Assistant Spurts Ednor
The ECU Pirates, led by Johnny-
Edwards and Bruce Peartree, suc-
cessfully opened their home season
Wednesday night with a 96-62 vic-
tory over Christopher Newport.
Edwards scored 25 points and
grabbed 11 rebounds, while Pear-
tree also contributed 25 points, 16
coming in the second half.
The game featured a marked dif-
ference between the two halves.
In the first half, the Pirates shot
46.7 per-cent from the floor and
allowed the Captains some easy
shots on the inside. At halftime, the
Pirates had a 42-36 lead after falling
behind by three points with a little
over three minutes remaining.
ECU came out storming in the se-
cond half, however. The Pirates
scored the first five baskets and
limited Christopher Newport to on-
ly two points during the first six
minutes.
Edwards, a 6-6. 225-pound
freshman from Charlotte, was a
dominant force in the first half as he
scored 21 points on eight-for-nine
shooting from the field.
Peartree carried the bulk of the
scoring load for the Pirates in the se-
cond half, with many points coming
on strong moves to the basket.
Besides his eight field goals in 11
tries, Peartree was a perfect nine-
tor-nine from the free throw line.
Christopher Newport came into
the game with an obvious heiaht
disadvantage, and it became ap-
parent in the second half as the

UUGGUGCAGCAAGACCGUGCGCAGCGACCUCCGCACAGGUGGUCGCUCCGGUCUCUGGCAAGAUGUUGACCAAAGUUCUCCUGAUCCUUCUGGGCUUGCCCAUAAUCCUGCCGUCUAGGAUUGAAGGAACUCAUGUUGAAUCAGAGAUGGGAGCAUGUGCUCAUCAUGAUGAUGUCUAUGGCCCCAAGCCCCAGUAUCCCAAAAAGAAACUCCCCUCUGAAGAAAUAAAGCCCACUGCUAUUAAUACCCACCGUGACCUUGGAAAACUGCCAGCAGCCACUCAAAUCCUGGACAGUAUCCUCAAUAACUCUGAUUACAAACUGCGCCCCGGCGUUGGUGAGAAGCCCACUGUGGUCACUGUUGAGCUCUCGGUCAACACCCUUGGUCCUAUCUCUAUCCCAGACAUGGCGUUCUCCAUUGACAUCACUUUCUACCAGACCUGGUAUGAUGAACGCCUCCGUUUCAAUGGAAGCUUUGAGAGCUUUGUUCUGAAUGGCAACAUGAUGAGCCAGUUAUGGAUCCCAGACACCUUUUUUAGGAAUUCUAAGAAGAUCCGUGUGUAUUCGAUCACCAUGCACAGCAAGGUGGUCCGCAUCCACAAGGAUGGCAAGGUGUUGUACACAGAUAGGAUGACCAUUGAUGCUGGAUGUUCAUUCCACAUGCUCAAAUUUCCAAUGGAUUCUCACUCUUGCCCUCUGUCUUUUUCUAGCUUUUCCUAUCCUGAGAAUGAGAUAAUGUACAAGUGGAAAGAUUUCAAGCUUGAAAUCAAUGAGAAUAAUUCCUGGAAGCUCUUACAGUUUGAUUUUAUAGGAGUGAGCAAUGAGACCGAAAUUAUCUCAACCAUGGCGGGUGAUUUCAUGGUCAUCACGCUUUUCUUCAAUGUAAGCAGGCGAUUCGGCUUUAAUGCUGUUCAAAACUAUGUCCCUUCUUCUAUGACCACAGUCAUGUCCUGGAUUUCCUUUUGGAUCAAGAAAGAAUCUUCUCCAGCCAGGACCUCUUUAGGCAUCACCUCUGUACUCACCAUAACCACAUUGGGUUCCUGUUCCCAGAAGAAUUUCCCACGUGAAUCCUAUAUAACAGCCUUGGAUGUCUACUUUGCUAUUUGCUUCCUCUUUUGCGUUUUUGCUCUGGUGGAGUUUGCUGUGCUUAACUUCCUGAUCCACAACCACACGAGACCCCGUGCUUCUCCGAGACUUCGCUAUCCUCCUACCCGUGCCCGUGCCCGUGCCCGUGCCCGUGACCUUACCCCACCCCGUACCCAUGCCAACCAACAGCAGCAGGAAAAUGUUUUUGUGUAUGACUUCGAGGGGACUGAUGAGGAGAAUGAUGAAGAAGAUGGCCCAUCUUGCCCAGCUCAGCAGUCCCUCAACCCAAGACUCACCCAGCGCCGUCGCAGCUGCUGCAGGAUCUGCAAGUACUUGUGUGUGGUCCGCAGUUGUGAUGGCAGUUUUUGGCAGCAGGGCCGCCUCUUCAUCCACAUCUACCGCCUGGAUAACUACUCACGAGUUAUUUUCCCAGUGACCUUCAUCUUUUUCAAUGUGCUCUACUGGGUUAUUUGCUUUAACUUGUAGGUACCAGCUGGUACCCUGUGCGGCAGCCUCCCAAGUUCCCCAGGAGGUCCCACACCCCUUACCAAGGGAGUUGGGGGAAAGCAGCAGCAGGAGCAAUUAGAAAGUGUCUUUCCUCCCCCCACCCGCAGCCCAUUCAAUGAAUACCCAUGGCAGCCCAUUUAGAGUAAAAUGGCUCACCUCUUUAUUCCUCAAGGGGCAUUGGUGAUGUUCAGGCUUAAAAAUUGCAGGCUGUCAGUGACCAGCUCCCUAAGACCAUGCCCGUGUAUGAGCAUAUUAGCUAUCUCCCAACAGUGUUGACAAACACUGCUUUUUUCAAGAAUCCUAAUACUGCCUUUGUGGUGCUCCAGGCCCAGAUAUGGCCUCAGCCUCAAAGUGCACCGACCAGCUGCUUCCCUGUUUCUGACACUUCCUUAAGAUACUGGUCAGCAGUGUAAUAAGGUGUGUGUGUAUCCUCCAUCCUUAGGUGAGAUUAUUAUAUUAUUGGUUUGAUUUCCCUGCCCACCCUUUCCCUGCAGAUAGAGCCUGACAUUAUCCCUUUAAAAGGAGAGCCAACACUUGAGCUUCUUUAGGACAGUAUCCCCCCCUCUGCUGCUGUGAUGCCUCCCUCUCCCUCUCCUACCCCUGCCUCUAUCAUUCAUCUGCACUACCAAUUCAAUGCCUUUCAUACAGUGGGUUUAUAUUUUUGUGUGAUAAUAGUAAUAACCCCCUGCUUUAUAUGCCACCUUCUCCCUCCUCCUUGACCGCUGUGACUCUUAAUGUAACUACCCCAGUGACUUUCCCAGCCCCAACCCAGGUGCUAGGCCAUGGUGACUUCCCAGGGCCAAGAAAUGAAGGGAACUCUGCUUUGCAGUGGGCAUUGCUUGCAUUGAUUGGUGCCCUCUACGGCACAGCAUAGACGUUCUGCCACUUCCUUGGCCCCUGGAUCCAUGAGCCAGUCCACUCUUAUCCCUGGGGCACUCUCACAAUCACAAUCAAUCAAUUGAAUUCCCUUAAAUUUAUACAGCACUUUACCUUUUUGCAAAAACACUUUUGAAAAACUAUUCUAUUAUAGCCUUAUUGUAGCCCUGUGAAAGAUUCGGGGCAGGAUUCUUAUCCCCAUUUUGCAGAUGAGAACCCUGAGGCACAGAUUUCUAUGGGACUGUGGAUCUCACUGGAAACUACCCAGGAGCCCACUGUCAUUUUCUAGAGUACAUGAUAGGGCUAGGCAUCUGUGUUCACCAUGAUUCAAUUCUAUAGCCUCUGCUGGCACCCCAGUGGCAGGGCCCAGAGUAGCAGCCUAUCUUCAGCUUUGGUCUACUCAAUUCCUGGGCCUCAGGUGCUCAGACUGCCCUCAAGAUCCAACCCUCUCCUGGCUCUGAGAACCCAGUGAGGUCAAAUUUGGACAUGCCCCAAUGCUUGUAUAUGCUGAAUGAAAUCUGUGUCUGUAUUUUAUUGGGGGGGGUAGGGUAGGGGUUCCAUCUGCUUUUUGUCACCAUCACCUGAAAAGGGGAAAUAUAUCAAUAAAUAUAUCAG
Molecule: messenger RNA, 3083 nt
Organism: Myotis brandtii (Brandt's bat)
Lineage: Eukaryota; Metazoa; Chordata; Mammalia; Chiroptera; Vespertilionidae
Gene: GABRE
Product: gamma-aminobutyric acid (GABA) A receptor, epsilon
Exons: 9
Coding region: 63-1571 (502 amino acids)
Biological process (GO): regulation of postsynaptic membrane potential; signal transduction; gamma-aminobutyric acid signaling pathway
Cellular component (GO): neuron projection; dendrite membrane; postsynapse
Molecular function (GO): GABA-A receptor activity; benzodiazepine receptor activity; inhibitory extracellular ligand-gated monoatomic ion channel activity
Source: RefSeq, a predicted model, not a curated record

Pirates didn't allow many second
shots. The Captains, who's tallest
starter was 6-4, were outrebounded
40-26.
After the game, ECU head coach
Charlie Harrison expressed disap-
pointment in the play of the Pirates,
even though ECU won by 34 points.
"I wasn't pleased with a lot of
things said Harrison. "We played
about 10 minutes of the type of
basketball we're capable of
Harrison stressed the fact that the
level of competition had nothing to
do with the team's attitude.
"A win is a win and a game is a
game he stated, "and that's the
way that we'll look at it every
time
Christopher Newport was led by-
guards Jimmy Dean and Mark
Clark. Dean was largely responsible
for the Captains' effort in the first
half, as he scored 10 points before
intermission. Both Dean and Clark
finished with 15 points, and
freshman Tim Strayhorn chipped in
13.
The closeness of the first half was
a combination of ECU missing
some easy shots and Christopher
Newport exploiting the Pirate
defense.
"We knew that if we executed we
could get it inside, but we didn't
take advantage of it commented
Harrison. "In the first half, our
guys were a step and a half slow get-
ting there to help out on defense
The Pirate defense forced a faster
pace in the second half, forcing 14
turnovers during the last 20
minutes.
"At halftime, I talked to them
about how you can't turn emotion
on and off and you can't turn effort
on and off said Harrison. "Our
press in the second half was much
more intense
For the game, the Pirates shot
63.3 per-cent from the field, and
84.2 per-cent from the free throw